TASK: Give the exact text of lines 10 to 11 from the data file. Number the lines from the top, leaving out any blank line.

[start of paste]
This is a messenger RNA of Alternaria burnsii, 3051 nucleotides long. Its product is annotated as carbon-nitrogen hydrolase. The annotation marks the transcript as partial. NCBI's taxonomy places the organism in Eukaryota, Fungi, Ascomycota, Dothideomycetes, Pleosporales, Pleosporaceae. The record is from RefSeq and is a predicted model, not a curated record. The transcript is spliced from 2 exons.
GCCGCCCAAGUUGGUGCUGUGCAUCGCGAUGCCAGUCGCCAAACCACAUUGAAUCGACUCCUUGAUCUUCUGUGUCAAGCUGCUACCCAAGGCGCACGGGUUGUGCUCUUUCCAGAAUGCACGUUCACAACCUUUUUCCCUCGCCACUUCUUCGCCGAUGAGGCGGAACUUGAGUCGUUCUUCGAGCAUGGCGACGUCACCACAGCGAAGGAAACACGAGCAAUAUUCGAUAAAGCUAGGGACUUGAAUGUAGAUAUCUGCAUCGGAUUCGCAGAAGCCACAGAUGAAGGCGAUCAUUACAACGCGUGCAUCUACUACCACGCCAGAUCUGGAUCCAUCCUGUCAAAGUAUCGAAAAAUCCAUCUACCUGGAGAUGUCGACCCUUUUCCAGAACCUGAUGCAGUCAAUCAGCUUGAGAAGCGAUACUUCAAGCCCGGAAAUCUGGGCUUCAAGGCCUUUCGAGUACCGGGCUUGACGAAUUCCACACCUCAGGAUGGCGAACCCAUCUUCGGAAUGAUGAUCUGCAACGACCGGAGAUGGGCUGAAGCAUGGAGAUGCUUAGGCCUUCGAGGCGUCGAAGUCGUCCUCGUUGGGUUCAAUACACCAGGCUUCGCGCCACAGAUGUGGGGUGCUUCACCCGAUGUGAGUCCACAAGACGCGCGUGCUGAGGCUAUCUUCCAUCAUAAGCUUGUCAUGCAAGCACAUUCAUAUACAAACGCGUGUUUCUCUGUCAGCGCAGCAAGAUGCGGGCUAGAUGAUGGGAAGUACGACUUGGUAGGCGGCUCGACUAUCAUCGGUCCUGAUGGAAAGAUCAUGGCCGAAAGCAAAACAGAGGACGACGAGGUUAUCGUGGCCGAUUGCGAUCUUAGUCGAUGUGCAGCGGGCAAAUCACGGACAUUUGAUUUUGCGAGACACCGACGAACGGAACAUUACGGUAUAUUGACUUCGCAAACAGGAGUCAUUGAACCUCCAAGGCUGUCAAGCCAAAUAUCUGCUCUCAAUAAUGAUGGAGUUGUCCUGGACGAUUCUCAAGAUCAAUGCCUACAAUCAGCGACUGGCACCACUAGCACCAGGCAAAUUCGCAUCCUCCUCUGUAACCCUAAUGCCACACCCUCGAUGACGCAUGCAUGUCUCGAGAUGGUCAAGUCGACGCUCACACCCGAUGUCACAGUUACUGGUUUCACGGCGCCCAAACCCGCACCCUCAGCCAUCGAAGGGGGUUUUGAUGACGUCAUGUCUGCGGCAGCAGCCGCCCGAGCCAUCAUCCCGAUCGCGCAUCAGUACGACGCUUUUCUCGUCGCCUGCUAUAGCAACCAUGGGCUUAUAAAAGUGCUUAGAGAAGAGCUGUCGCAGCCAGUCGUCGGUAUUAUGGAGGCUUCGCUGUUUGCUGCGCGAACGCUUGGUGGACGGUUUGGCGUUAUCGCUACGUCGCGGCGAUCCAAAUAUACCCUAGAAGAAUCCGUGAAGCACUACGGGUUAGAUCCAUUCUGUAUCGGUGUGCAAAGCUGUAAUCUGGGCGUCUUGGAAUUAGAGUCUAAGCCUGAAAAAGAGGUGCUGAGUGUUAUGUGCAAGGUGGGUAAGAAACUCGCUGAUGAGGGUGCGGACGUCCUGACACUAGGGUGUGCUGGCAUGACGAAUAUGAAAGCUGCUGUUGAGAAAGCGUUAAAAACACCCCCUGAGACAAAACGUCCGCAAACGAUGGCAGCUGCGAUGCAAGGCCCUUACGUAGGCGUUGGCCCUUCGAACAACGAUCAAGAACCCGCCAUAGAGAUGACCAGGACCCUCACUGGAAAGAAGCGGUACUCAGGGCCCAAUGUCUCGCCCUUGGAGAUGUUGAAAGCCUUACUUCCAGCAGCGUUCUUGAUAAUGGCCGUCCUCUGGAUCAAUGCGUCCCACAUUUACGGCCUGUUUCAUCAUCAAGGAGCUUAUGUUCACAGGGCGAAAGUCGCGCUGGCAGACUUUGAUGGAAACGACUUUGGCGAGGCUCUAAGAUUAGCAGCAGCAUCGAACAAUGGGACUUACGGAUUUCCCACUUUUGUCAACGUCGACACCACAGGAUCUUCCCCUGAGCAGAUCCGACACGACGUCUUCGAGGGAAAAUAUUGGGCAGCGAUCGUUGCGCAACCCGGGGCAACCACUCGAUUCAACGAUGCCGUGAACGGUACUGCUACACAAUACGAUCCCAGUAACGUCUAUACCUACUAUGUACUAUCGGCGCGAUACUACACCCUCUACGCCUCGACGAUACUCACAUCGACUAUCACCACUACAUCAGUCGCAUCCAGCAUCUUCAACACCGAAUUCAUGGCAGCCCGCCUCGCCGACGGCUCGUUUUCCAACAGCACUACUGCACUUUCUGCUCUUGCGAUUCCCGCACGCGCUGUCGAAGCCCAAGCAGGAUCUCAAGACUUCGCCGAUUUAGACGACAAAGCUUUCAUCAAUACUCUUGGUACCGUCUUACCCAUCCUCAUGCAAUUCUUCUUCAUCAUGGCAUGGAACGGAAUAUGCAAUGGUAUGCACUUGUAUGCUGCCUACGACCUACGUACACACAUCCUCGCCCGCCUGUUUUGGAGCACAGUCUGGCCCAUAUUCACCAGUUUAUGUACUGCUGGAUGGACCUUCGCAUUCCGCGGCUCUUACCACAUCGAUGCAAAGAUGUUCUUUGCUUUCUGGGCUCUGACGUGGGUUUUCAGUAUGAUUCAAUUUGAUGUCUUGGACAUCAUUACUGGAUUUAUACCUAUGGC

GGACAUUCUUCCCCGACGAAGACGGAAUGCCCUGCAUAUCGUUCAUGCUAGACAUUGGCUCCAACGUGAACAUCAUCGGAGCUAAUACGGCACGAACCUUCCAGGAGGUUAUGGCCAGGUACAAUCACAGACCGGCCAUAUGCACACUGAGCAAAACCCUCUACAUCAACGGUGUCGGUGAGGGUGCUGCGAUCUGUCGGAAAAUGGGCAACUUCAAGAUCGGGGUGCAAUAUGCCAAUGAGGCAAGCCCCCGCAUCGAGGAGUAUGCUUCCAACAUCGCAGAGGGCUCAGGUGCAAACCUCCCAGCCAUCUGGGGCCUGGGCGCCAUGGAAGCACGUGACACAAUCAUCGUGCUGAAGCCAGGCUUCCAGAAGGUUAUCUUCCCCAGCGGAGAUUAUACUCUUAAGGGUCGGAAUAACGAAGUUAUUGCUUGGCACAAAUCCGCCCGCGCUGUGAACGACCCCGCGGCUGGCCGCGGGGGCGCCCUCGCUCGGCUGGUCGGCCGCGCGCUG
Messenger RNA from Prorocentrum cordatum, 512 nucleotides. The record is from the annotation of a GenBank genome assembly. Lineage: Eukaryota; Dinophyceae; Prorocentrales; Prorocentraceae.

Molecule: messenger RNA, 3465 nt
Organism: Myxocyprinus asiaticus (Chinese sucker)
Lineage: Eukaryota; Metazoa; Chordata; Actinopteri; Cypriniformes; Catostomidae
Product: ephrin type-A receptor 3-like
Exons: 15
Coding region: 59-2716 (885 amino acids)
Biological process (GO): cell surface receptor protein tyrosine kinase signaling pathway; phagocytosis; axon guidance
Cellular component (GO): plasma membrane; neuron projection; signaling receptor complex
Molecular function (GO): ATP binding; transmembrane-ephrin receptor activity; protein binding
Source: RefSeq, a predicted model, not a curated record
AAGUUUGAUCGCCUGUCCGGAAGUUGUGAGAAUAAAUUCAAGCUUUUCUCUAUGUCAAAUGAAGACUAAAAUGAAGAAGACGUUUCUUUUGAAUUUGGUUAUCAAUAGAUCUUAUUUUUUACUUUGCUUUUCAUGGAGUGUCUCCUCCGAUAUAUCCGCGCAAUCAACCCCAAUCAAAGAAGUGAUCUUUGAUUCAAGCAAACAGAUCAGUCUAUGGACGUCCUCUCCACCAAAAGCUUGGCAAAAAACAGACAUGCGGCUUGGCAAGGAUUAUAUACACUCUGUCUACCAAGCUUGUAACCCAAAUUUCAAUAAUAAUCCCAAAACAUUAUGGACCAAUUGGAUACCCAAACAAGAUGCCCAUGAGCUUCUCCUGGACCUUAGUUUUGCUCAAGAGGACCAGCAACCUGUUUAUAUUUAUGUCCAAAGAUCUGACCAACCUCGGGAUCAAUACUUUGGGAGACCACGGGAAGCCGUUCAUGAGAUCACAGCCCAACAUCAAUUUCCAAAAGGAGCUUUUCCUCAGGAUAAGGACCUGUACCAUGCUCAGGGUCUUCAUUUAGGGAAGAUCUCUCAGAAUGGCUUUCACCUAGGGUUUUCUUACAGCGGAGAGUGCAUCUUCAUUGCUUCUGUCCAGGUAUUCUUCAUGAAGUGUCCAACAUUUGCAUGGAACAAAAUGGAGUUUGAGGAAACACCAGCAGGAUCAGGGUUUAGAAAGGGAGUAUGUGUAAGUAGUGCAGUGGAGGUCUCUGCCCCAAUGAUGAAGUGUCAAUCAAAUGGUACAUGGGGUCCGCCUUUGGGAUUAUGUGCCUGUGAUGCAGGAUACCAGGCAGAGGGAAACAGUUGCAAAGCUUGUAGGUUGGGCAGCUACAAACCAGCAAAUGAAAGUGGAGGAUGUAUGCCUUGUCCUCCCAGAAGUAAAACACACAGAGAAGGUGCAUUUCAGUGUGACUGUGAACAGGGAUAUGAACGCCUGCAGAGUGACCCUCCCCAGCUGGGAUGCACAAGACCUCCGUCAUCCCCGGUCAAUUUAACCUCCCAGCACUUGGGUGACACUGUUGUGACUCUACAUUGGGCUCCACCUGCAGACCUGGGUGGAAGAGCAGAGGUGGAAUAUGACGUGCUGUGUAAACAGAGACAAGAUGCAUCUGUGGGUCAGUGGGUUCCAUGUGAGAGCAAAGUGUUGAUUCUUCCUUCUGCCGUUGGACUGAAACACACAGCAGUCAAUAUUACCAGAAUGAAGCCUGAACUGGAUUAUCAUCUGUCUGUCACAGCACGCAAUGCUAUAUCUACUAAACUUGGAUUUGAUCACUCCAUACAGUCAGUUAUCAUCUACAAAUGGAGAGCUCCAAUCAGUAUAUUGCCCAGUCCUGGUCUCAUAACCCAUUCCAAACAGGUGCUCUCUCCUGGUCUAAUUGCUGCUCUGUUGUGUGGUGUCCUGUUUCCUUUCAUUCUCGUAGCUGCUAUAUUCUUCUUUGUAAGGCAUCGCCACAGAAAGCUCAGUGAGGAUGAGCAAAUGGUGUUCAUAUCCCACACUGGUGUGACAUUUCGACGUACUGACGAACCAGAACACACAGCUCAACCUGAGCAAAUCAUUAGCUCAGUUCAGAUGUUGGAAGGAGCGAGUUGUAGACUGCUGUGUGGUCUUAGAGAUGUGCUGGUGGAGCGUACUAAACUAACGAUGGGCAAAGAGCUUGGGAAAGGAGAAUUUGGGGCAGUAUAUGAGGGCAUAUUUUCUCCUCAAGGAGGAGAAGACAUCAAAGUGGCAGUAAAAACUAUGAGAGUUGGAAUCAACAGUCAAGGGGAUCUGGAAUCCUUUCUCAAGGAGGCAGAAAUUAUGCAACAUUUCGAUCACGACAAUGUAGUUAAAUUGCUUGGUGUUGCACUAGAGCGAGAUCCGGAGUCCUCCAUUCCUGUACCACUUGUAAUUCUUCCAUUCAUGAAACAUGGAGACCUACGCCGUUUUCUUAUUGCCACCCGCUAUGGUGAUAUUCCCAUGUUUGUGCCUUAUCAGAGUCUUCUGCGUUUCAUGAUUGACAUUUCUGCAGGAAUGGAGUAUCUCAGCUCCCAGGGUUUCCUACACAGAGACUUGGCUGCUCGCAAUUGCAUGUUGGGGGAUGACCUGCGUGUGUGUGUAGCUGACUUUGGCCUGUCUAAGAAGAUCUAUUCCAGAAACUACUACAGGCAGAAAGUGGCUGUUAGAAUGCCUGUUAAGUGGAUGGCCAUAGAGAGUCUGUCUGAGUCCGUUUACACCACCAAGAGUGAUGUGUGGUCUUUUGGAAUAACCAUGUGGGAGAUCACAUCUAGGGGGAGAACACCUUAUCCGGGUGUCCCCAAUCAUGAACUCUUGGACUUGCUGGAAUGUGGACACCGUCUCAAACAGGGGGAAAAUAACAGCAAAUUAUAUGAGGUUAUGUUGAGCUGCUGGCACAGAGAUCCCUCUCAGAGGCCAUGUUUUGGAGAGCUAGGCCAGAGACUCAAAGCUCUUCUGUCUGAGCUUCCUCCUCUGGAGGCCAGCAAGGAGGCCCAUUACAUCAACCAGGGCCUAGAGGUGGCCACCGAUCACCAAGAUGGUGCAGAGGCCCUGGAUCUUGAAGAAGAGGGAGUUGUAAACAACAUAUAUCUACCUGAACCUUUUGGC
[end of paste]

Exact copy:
Coding region: 59-2716 (885 amino acids)
Biological process (GO): cell surface receptor protein tyrosine kinase signaling pathway; phagocytosis; axon guidance